On The Horizon: Better Cell Treatments for Arthritis
Researchers have identified individual stem cells that can regenerate tissue, cartilage and bone – a significant advance that could vastly improve cell-based treatments for arthritis.
Scientists from the Departments of Biology and Physics at the University of York, UK, working with colleagues at the Erasmus Medical Centre in Rotterdam, published the findings in the journal Stem Cell Reports.
In current cell-based treatments for arthritis, the stem cells are mixed within human bone marrow stromal cells (MSCs) but are difficult to evaluate. The York researchers isolated individual MSCs and analyzed their different properties. This allowed researchers to identify which stem cells are capable of repairing damaged cartilage or joint tissue. And that opens the way for improved treatment for arthritis.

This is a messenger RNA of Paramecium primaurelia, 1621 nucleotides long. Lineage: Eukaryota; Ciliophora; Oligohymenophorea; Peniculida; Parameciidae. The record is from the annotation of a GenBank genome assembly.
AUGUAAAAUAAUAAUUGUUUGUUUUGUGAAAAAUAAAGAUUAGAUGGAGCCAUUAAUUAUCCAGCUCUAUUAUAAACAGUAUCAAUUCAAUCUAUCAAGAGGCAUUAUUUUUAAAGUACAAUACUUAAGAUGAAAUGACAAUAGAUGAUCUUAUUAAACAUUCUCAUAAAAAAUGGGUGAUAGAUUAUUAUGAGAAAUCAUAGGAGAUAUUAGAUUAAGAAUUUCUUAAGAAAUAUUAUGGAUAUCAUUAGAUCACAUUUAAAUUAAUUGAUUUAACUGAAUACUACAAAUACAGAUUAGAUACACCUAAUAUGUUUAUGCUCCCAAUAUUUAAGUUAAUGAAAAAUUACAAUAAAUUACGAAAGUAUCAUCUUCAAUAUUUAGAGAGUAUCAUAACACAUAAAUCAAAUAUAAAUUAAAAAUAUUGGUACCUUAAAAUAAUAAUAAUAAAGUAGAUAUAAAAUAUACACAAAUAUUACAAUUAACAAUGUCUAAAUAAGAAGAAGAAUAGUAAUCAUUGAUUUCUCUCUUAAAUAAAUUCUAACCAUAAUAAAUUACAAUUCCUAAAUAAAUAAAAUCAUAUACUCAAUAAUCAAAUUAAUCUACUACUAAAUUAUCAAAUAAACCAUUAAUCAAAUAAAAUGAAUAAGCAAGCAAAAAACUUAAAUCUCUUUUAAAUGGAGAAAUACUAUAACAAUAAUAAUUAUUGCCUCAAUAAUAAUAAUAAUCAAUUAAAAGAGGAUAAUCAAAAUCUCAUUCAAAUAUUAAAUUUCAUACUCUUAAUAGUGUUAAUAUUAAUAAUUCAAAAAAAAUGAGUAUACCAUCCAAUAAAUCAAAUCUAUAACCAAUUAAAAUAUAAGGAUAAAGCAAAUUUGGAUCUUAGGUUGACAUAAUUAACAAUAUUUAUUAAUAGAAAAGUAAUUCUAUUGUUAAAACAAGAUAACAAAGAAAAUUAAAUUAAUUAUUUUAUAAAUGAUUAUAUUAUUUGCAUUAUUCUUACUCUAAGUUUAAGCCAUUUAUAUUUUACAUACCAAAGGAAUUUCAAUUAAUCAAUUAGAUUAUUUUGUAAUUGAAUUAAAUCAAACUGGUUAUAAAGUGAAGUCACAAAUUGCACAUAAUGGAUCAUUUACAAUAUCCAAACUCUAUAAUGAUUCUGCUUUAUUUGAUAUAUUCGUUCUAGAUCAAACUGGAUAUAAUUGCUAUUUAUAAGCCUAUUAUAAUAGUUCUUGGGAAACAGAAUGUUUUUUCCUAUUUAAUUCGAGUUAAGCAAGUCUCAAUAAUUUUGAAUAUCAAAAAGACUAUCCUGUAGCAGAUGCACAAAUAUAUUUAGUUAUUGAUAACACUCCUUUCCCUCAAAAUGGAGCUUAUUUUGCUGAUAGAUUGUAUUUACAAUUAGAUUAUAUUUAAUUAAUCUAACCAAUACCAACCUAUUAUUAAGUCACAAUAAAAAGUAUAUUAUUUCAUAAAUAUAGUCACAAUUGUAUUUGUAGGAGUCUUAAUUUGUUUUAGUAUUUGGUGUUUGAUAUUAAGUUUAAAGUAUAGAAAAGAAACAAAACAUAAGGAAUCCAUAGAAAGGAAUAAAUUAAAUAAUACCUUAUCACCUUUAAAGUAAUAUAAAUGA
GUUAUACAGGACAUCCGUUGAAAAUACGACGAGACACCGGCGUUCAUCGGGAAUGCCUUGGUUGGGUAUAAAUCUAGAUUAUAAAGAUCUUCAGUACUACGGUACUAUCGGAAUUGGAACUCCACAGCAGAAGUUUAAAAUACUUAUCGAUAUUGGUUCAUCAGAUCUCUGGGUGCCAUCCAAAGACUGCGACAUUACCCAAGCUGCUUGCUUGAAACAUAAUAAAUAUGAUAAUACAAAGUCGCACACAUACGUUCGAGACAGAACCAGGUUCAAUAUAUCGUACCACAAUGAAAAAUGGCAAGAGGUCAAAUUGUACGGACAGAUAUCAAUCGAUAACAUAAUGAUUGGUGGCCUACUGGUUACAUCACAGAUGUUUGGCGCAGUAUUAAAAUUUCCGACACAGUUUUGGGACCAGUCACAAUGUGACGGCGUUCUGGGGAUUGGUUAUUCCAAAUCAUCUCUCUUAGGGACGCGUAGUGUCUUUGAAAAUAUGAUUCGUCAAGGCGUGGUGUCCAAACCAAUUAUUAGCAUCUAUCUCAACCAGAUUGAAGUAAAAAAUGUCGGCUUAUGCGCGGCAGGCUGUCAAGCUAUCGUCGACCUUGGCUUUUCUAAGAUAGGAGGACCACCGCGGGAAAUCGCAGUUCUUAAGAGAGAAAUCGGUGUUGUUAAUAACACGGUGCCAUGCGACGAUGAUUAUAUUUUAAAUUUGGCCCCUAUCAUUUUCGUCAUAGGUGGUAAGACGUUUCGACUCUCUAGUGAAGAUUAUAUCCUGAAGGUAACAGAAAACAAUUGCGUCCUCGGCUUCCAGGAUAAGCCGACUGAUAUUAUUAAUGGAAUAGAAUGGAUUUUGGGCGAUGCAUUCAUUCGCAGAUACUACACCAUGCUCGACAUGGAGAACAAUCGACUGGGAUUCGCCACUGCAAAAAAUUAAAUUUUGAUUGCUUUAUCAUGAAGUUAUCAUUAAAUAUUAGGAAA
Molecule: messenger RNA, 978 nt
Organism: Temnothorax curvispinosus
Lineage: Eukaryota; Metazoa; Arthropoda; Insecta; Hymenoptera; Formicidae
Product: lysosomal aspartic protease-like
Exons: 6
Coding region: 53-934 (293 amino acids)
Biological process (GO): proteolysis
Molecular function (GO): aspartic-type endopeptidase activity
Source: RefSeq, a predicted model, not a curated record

The York team also isolated a rare subset of stem cells in bone marrow that appears to have a prominent role in immune function.
Dr Paul Genever, who led the research at York, said: “While stem cell therapy is an exciting new development for the treatment for osteoarthritis, up to now it has been something of a lottery because we did not know the precise properties of each of the cells. This project has helped us to establish which cells are good at regenerating tissue, cartilage and bone respectively. It will help in the search to develop more targeted therapies for arthritis patients.”